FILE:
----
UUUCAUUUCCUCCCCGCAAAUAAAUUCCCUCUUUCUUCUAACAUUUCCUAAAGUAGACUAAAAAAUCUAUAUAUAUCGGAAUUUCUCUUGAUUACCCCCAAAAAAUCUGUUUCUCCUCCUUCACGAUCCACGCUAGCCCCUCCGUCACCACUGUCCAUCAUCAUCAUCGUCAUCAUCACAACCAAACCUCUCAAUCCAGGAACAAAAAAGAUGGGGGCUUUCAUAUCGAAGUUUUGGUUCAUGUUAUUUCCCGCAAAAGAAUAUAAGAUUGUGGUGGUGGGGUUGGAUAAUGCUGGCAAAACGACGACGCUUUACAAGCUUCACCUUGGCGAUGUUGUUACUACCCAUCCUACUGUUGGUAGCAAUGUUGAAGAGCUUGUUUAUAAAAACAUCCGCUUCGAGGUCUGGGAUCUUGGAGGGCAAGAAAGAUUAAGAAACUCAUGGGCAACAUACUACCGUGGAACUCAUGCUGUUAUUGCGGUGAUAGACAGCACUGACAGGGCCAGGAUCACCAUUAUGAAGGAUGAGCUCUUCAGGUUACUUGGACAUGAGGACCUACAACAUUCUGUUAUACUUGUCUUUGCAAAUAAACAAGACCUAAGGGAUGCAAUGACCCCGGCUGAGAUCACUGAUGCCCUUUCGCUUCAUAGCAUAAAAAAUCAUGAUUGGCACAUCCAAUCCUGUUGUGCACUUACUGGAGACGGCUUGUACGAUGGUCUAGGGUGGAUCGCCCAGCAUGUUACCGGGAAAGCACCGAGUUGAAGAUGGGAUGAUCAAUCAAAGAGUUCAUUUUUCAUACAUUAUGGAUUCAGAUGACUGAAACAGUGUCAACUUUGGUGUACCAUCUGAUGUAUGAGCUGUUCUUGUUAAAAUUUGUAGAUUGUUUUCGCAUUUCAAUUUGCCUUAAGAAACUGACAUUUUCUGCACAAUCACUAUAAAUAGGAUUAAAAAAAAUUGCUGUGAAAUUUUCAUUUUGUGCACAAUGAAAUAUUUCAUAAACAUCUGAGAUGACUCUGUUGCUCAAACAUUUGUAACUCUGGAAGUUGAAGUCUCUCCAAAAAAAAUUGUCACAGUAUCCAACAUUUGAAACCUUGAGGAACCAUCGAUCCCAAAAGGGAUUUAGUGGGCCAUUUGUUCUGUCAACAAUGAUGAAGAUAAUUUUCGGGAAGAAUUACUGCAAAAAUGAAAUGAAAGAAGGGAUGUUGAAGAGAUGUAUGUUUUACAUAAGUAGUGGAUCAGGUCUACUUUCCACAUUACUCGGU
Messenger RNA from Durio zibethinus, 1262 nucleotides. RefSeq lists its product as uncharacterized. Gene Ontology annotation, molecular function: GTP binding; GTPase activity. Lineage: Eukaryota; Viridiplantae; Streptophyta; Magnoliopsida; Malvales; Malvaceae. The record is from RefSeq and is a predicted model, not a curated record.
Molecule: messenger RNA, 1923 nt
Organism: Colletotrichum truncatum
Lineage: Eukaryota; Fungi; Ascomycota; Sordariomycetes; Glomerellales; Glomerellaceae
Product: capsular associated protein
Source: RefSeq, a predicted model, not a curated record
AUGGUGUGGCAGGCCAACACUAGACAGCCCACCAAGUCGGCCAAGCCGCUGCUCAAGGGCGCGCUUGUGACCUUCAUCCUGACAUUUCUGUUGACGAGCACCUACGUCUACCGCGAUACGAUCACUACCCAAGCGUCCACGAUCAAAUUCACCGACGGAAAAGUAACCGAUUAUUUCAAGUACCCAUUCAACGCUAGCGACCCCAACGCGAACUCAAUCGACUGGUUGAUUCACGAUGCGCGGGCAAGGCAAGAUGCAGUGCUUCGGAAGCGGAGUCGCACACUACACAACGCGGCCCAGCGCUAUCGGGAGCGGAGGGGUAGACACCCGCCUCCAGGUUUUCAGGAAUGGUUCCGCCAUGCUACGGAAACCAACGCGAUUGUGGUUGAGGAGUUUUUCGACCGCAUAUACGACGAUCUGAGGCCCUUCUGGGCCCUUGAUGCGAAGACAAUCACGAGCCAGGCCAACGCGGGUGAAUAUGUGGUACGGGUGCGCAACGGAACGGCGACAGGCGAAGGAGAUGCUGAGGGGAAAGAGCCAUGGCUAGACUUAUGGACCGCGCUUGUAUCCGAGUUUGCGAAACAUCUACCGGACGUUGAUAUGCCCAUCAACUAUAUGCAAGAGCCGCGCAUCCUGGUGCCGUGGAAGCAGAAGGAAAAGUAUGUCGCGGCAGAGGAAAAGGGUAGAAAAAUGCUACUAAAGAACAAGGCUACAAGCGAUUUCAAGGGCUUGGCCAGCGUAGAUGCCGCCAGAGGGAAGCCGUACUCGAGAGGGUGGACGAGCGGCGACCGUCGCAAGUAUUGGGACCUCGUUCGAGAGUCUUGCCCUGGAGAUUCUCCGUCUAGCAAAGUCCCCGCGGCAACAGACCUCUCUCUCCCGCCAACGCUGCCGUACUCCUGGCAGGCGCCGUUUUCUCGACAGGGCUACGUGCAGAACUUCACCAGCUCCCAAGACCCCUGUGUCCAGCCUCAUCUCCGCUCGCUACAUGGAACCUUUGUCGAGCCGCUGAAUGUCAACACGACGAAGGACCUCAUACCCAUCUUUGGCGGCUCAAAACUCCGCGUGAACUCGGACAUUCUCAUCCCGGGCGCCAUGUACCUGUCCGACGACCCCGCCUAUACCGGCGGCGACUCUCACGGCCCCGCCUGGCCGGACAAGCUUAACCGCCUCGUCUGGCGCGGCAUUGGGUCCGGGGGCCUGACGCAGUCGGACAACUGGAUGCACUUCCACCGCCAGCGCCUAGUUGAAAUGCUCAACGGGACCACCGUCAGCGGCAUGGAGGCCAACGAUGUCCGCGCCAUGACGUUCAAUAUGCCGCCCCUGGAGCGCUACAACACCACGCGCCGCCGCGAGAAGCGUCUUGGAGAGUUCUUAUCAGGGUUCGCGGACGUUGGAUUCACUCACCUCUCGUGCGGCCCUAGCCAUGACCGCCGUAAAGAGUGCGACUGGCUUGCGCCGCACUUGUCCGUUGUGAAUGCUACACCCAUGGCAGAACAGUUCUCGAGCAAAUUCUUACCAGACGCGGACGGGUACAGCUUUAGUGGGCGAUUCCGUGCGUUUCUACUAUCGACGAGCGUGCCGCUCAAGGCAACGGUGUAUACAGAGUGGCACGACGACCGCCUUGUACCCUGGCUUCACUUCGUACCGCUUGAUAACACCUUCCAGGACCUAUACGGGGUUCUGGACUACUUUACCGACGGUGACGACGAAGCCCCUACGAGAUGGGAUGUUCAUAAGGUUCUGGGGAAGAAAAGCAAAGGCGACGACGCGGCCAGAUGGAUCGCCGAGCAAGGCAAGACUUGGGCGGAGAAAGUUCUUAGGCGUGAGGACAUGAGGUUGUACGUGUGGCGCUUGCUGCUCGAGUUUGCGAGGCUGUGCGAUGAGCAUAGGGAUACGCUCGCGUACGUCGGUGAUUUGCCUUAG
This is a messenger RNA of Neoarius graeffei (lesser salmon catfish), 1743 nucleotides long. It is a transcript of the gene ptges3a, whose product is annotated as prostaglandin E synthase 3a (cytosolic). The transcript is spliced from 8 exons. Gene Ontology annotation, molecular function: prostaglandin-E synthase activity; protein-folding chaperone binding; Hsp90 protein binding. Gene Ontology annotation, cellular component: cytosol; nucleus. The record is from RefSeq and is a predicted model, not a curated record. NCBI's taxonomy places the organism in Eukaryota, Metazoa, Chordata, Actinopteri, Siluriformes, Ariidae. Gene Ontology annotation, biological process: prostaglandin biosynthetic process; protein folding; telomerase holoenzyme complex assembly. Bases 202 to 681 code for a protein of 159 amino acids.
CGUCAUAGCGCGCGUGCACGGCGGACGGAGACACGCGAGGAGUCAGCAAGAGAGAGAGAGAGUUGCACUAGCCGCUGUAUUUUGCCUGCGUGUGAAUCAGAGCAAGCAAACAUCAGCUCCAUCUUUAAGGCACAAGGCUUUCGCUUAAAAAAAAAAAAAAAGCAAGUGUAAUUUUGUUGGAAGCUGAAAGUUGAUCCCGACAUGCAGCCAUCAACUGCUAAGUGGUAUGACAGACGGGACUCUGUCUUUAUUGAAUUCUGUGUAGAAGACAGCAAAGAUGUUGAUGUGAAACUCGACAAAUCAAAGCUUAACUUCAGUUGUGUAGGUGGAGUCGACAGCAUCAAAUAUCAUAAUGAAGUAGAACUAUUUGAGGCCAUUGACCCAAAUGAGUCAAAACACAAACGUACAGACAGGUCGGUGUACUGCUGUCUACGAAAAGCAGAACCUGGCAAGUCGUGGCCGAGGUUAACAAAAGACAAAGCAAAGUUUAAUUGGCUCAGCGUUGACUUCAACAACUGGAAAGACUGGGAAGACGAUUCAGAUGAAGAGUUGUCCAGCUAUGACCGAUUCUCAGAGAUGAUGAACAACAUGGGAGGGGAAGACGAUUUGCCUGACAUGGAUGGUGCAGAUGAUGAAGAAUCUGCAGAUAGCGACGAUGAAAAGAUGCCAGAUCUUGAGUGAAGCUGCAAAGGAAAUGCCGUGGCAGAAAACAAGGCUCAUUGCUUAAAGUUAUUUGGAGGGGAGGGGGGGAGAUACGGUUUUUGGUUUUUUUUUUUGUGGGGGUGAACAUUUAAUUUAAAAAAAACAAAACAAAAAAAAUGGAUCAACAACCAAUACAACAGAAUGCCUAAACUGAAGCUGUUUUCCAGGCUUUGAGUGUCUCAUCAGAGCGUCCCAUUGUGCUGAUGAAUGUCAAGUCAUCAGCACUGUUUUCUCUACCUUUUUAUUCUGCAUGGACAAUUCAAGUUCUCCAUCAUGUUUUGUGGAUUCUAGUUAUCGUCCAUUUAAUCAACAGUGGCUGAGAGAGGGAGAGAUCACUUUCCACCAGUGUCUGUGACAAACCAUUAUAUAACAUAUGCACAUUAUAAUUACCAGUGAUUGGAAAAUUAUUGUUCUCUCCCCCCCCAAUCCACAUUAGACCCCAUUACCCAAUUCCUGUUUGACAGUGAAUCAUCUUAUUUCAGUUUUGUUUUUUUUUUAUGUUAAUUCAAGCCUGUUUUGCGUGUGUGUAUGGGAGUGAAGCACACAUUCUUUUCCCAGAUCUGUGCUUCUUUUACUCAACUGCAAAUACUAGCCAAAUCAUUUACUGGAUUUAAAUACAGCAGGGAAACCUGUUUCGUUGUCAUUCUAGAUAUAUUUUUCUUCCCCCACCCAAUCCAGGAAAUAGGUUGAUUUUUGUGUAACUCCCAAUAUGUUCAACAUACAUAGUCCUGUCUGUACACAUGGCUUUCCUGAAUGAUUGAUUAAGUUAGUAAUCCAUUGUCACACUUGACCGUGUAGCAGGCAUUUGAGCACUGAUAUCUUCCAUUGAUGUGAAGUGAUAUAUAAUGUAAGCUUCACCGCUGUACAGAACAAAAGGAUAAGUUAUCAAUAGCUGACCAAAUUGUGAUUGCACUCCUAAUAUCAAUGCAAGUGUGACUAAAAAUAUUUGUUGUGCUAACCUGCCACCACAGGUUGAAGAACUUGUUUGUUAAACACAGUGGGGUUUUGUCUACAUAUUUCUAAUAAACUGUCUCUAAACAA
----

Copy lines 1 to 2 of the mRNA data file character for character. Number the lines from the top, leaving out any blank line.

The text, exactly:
UUUCAUUUCCUCCCCGCAAAUAAAUUCCCUCUUUCUUCUAACAUUUCCUAAAGUAGACUAAAAAAUCUAUAUAUAUCGGAAUUUCUCUUGAUUACCCCCAAAAAAUCUGUUUCUCCUCCUUCACGAUCCACGCUAGCCCCUCCGUCACCACUGUCCAUCAUCAUCAUCGUCAUCAUCACAACCAAACCUCUCAAUCCAGGAACAAAAAAGAUGGGGGCUUUCAUAUCGAAGUUUUGGUUCAUGUUAUUUCCCGCAAAAGAAUAUAAGAUUGUGGUGGUGGGGUUGGAUAAUGCUGGCAAAACGACGACGCUUUACAAGCUUCACCUUGGCGAUGUUGUUACUACCCAUCCUACUGUUGGUAGCAAUGUUGAAGAGCUUGUUUAUAAAAACAUCCGCUUCGAGGUCUGGGAUCUUGGAGGGCAAGAAAGAUUAAGAAACUCAUGGGCAACAUACUACCGUGGAACUCAUGCUGUUAUUGCGGUGAUAGACAGCACUGACAGGGCCAGGAUCACCAUUAUGAAGGAUGAGCUCUUCAGGUUACUUGGACAUGAGGACCUACAACAUUCUGUUAUACUUGUCUUUGCAAAUAAACAAGACCUAAGGGAUGCAAUGACCCCGGCUGAGAUCACUGAUGCCCUUUCGCUUCAUAGCAUAAAAAAUCAUGAUUGGCACAUCCAAUCCUGUUGUGCACUUACUGGAGACGGCUUGUACGAUGGUCUAGGGUGGAUCGCCCAGCAUGUUACCGGGAAAGCACCGAGUUGAAGAUGGGAUGAUCAAUCAAAGAGUUCAUUUUUCAUACAUUAUGGAUUCAGAUGACUGAAACAGUGUCAACUUUGGUGUACCAUCUGAUGUAUGAGCUGUUCUUGUUAAAAUUUGUAGAUUGUUUUCGCAUUUCAAUUUGCCUUAAGAAACUGACAUUUUCUGCACAAUCACUAUAAAUAGGAUUAAAAAAAAUUGCUGUGAAAUUUUCAUUUUGUGCACAAUGAAAUAUUUCAUAAACAUCUGAGAUGACUCUGUUGCUCAAACAUUUGUAACUCUGGAAGUUGAAGUCUCUCCAAAAAAAAUUGUCACAGUAUCCAACAUUUGAAACCUUGAGGAACCAUCGAUCCCAAAAGGGAUUUAGUGGGCCAUUUGUUCUGUCAACAAUGAUGAAGAUAAUUUUCGGGAAGAAUUACUGCAAAAAUGAAAUGAAAGAAGGGAUGUUGAAGAGAUGUAUGUUUUACAUAAGUAGUGGAUCAGGUCUACUUUCCACAUUACUCGGU
Messenger RNA from Durio zibethinus, 1262 nucleotides. RefSeq lists its product as uncharacterized. Gene Ontology annotation, molecular function: GTP binding; GTPase activity. Lineage: Eukaryota; Viridiplantae; Streptophyta; Magnoliopsida; Malvales; Malvaceae. The record is from RefSeq and is a predicted model, not a curated record.